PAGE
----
As Johnson asked disingenuously in his opening statement, “So what went wrong? For a bank renowned for its risk management, where were the risk controls? How can a bank take on ‘far too much risk’ if the point of the trades was to reduce risk in the first place? Or was the goal really to make money?”
The head of the Banking Committee asks such a question with a straight face. What a charade!
The Republicans on the committee crudely and stupidly spoke for greed, wealth and the “free enterprise system.” Sen. Mike Johanns of Nebraska worriedly asked how many regulators were presently at work overseeing JPMorgan Chase’s activities. “Hundreds,” Dimon replied. Johanns wondered out loud if such a level of government interference would not lead banks to leave the US for happier havens. Dimon allowed as how “It’s easier to be overseas.”
Johanns could not keep his adulation for Dimon and JPMorgan to himself. “You’re just huge,” he gushed at one point. Corker of Tennessee praised Dimon as “one of the best CEOs in the country.” Sen. Jim DeMint, a Republican from South Carolina, argued that the committee could “hardly sit in judgment of your losing $2 billion… You’re a very big bank, the biggest in the world.”
Democrats, as Milbank noted, “joined the sycophancy sweepstakes.” Sen. Robert Menendez of New Jersey referred to Dimon’s bank as “one of the nation’s finest,” whatever that might mean. Even those, like Jack Reed of Rhode Island and Jeff Merkley of Oregon, who mildly ruffled Dimon’s feathers, ended up kowtowing to him in disgraceful style.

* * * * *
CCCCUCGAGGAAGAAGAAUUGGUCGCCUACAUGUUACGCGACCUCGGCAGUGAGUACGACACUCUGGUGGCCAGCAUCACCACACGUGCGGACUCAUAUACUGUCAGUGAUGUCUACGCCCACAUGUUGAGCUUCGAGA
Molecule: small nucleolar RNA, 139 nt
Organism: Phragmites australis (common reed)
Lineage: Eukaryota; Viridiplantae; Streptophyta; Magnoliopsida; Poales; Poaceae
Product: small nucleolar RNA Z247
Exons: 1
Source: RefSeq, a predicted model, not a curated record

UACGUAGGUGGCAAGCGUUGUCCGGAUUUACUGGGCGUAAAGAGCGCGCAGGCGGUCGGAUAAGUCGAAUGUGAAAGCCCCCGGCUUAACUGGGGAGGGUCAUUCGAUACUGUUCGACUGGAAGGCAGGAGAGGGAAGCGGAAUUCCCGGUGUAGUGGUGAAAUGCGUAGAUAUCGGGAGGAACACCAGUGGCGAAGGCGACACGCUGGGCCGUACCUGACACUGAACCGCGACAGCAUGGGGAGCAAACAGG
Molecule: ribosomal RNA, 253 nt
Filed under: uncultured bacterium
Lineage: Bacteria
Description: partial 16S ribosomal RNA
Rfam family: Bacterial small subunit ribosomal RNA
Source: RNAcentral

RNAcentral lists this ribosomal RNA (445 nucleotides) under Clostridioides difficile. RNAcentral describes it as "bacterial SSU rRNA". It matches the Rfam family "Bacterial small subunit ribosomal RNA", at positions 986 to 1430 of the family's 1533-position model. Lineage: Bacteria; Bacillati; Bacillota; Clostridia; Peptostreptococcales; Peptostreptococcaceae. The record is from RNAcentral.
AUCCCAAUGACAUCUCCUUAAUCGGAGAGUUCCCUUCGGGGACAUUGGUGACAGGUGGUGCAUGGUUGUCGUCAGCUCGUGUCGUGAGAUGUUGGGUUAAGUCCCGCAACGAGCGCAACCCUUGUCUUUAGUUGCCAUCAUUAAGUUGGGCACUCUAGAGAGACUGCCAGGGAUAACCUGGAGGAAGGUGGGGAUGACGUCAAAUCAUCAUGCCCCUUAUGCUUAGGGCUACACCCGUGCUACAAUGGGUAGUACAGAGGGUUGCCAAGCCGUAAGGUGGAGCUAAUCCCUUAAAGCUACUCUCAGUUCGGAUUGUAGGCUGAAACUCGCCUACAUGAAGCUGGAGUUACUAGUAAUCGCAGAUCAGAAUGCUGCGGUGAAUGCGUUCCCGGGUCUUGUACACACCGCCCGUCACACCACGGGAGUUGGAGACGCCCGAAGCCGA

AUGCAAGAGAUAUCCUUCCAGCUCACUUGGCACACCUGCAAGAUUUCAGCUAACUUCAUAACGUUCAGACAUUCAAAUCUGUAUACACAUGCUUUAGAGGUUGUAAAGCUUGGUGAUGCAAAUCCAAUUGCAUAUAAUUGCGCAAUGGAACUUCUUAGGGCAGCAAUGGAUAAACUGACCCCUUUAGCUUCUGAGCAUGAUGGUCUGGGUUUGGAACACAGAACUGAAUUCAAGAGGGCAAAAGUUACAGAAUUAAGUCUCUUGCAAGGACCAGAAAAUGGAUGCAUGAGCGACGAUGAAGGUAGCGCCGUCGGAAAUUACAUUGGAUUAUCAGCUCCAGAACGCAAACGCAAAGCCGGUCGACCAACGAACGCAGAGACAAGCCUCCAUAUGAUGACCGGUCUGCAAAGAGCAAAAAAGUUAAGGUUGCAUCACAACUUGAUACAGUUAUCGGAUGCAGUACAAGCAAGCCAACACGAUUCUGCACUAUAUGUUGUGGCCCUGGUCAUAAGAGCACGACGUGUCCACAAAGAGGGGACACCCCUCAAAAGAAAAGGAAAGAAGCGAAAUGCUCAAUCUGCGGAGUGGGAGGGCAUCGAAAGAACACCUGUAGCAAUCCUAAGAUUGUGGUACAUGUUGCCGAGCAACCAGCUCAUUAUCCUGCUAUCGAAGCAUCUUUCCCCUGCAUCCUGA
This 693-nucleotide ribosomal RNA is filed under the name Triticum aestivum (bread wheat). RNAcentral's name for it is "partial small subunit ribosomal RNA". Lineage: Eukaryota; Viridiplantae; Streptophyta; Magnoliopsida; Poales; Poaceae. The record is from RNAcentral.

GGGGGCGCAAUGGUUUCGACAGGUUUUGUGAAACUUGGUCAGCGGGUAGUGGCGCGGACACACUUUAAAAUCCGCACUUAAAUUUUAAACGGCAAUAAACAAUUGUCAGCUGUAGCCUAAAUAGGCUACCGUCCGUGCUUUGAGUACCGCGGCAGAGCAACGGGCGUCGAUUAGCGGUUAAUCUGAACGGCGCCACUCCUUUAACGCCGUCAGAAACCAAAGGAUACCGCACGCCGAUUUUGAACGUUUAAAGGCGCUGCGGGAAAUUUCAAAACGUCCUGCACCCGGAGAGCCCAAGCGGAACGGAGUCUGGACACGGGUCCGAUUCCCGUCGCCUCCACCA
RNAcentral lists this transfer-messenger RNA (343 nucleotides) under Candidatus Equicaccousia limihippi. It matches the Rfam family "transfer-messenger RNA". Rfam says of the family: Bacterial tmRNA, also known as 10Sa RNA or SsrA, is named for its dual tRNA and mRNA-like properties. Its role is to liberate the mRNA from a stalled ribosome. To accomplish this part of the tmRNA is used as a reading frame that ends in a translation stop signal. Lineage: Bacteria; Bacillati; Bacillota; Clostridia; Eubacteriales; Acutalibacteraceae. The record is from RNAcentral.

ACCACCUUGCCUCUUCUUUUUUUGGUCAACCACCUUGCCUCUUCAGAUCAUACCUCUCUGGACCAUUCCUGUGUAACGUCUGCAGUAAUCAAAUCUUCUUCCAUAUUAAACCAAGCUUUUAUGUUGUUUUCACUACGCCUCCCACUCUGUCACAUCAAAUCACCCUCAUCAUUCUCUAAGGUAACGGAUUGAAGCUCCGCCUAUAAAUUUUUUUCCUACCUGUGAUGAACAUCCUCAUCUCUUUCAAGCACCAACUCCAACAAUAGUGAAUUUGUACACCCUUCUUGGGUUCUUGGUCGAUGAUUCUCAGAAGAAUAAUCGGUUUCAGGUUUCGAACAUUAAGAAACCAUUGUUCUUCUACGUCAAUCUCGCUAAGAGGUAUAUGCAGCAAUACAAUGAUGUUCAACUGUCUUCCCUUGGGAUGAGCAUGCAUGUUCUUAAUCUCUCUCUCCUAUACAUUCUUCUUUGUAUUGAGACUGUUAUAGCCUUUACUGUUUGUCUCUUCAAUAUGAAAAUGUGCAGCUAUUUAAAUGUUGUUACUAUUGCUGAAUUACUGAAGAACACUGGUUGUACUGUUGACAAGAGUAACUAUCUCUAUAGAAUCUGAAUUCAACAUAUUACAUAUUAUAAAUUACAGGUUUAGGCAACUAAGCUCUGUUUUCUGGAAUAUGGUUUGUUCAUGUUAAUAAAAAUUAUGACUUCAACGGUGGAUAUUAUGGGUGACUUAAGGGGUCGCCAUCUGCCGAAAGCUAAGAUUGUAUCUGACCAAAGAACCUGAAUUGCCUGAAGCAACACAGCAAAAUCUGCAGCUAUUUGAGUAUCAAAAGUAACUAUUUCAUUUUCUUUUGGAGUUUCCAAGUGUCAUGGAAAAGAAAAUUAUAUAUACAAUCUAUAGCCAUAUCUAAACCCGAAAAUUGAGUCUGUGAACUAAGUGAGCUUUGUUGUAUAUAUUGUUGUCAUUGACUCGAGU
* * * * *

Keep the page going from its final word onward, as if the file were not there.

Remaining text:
No one asked Dimon a single probing question or demanded that he account for the devastation the banks have wrought. The event was ritualized, scripted political theater, and bad theater at that.
The political situation in the US is a peculiar one. Wide layers of the population hate the banks, hate Wall Street, hate corporate executives and hate the politicians. The current political set-up is impervious to these sentiments and proceeds with “business as usual,” oblivious to mass hardship and suffering, as if the social disaster for millions had no consequences.
A recent review in the New York Times by a Reuters finance blogger—of books by Paul Krugman of the Times and Timothy Noah of the New Republic—concluded, “This is now a country run by the rich, for the rich. And nothing in either of these books gives me reason to believe that there’s any hope of changing that.” The working class will have the last word on that.
* With apologies to Walter Scott’s Count Robert of Paris.
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JPMorgan’s investment in the Senate Banking Committee
[14 June 2012]